Around 0.7% of the average persons speech each day is a swear word. It may not sound like a lot, but that’s the same amount that pronouns, such as me, we and I are used. So why are words that are used this often so socially stigmatised? Maybe it’s time to up the ante when it comes to using the more colourful side of our vocabulary.
It may come as a shock, but letting swear words fly out occasionally may be beneficial to both your health and, surprisingly, your working relationships. It might sound strange, but the language we use has more benefits to us than just aiding communication. Swearing, at its base level, is emotional language – and we can all benefit from releasing our emotions from time to time! Research has shown that some stress is good for us: it helps us perform at optimum levels, and scientists believe that releasing stress in the form of profanities can increase endorphin levels and subsequently lower your blood pressure.
Now I’m not telling you to go and shout expletives around the office – cussing at all minor inconveniences won’t make the best impression – but showing your passion through colourful language can encourage a team spirit. It’s a common perception that swear words cause more tension than togetherness, but the use of profanities can signal intimacy and friendship, and so can build rapport among colleagues.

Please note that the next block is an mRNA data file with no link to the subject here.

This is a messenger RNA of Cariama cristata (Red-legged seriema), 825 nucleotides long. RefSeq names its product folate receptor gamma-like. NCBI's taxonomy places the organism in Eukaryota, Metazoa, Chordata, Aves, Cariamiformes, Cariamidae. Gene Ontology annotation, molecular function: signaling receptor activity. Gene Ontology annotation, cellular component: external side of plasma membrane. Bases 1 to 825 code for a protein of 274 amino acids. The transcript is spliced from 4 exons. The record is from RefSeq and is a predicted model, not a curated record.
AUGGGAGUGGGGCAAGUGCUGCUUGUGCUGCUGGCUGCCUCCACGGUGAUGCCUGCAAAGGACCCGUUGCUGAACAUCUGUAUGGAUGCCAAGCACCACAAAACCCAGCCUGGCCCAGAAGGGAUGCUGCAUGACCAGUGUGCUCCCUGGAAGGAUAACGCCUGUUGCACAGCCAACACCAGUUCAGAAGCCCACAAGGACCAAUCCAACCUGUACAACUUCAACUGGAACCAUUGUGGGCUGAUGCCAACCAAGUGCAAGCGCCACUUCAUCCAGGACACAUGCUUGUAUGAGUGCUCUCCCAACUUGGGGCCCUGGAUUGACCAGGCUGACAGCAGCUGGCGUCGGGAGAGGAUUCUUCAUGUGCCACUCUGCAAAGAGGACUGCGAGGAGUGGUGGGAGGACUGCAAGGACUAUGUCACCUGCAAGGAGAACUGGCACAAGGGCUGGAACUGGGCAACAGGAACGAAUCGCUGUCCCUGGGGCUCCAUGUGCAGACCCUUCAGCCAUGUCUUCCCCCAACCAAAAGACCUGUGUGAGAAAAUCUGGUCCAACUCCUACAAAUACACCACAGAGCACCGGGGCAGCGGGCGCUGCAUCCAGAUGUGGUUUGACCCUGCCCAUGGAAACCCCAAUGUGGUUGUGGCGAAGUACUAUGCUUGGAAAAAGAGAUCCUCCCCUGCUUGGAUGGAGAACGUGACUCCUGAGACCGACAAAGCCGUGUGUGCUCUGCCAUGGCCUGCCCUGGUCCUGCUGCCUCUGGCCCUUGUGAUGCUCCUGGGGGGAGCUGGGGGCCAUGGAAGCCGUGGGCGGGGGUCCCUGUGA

The sporadic swear may also improve your leadership skills, with studies showing that swearing (in certain contexts!) can make people seem more persuasive and intense. In a study of court cases, it was also found that when a person swore, it made them appear more credible and passionate, meaning that the jury was more likely to sway their side. The President of the United States swore in an interview with the Today Show when talking about the BP Oil Spill in 2010 – the public perception to this was unanimously positive!
Again, I’m not encouraging you to reel off every swear word you know, but next time you feel that red mist descending, try releasing the more colourful range in your vocabulary… it could be good for you!
DISCLAIMER: Certain contexts call for certain behaviours. Always be careful and test the waters before you dive in. The occasional swear word can show passion, a barrage might not be so accepted!
Ella Keating, ICE Creates Ltd (firstname.lastname@example.org / 0845 5193 423)